Pollux and Castor, the twins of Gemini, line up to the right of the Moon at nightfall. The trio forms an equally spaced line, with brighter Pollux closer to the Moon.
Weekly Stargazing Tips
Provided by StarDate.org. Unless otherwise specified, viewing times are local time regardless of time zone, and are good for the entire Lower 48 states (and, generally, for Alaska and Hawaii).
April 19: Moon and Gemini
April 20: Lyrid Meteors
The Lyrid meteor shower is building toward its peak late tomorrow night. Unfortunately, the gibbous Moon will be in the way during the peak hours, so only a few of the shower’s “shooting stars” are likely to shine through.
April 21: Moon and Regulus
Regulus, the bright star that marks the heart of Leo, the lion, huddles to the lower left of the Moon as night falls. The two celestial bodies will appear closer together as they set in the wee hours of the morning.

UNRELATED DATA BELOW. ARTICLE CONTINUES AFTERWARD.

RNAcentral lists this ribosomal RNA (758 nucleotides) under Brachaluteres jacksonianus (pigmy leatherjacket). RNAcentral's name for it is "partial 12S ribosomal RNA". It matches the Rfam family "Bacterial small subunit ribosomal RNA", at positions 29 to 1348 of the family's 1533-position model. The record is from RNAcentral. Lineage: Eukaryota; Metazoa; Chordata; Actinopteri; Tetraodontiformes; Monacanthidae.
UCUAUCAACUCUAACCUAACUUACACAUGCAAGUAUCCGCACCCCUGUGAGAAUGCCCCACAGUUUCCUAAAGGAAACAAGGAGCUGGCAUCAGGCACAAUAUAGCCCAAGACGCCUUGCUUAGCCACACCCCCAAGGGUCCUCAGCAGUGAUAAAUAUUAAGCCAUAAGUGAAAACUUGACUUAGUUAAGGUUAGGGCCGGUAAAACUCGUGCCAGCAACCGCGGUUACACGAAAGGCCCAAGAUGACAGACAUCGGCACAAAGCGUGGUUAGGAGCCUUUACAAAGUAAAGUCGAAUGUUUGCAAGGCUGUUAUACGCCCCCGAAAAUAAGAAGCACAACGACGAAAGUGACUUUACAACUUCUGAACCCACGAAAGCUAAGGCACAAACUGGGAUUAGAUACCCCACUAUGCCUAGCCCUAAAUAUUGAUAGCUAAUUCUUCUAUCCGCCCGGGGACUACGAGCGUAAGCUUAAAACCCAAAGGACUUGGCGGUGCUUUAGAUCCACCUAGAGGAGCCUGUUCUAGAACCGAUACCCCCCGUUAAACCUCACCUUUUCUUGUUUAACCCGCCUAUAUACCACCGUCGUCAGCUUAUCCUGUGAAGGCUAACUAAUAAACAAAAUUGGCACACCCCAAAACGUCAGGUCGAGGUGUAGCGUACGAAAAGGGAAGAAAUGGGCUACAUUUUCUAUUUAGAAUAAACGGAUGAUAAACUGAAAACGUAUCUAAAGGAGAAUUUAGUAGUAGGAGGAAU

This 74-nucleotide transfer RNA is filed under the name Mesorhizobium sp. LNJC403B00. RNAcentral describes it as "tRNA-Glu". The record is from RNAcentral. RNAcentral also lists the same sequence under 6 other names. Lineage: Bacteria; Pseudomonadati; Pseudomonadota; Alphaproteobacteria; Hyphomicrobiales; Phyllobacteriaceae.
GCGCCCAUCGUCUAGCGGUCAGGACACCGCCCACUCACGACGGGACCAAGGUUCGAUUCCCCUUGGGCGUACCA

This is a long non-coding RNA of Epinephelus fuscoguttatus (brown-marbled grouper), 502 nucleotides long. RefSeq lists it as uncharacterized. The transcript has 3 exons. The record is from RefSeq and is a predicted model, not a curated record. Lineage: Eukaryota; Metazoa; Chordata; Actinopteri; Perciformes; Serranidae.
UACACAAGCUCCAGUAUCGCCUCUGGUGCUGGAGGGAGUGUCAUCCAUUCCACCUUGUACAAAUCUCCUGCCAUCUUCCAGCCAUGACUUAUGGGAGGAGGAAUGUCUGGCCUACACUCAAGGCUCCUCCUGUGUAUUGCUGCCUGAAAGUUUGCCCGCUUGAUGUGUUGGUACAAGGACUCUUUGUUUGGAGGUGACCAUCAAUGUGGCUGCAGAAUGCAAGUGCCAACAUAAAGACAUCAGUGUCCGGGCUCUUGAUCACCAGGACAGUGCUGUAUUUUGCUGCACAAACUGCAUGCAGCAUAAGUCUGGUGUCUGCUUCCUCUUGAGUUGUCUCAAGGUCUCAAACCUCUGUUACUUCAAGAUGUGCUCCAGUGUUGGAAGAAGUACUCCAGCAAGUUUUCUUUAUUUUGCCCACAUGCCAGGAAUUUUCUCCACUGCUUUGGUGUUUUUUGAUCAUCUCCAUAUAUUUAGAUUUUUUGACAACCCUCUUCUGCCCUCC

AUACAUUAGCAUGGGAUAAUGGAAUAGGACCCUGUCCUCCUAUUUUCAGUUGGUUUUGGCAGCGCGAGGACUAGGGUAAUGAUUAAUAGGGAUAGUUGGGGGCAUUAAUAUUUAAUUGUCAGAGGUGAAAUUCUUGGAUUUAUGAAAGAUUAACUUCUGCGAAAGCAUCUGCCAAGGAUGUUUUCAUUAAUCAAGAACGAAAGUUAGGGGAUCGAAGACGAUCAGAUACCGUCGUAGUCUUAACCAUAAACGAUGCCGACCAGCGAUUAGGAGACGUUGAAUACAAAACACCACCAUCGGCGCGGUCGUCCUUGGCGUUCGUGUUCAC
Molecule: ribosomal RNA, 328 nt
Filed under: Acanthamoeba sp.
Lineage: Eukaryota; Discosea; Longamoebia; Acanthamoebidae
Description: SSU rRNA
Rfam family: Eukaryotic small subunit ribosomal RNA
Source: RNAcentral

April 22: More Moon and Regulus
The Moon follows the heart of the lion across the sky tonight. The heart is represented by the bright star Regulus. It stands to the right of the Moon as evening twilight fades. The gap between them will be a little wider as they set in the wee hours of the morning.
April 23: Vanishing Orion
Orion, the hunter, is bowing out of the evening sky. He’s low in the west at nightfall, and his stars begin dropping from view not long afterward. The constellation will be all but lost from sight by the middle of May.
April 24: Morning Jupiter
Jupiter, the largest planet in the solar system, is low in the southeast at first light. It looks like a brilliant star. It will rise earlier and stand higher in the sky as the weeks roll by.
April 25: Moon and Spica
Spica, the leading light of Virgo, appears close to the lower right of the almost-full Moon at nightfall. The bright star will be closer below the Moon as they prepare to set at first light tomorrow.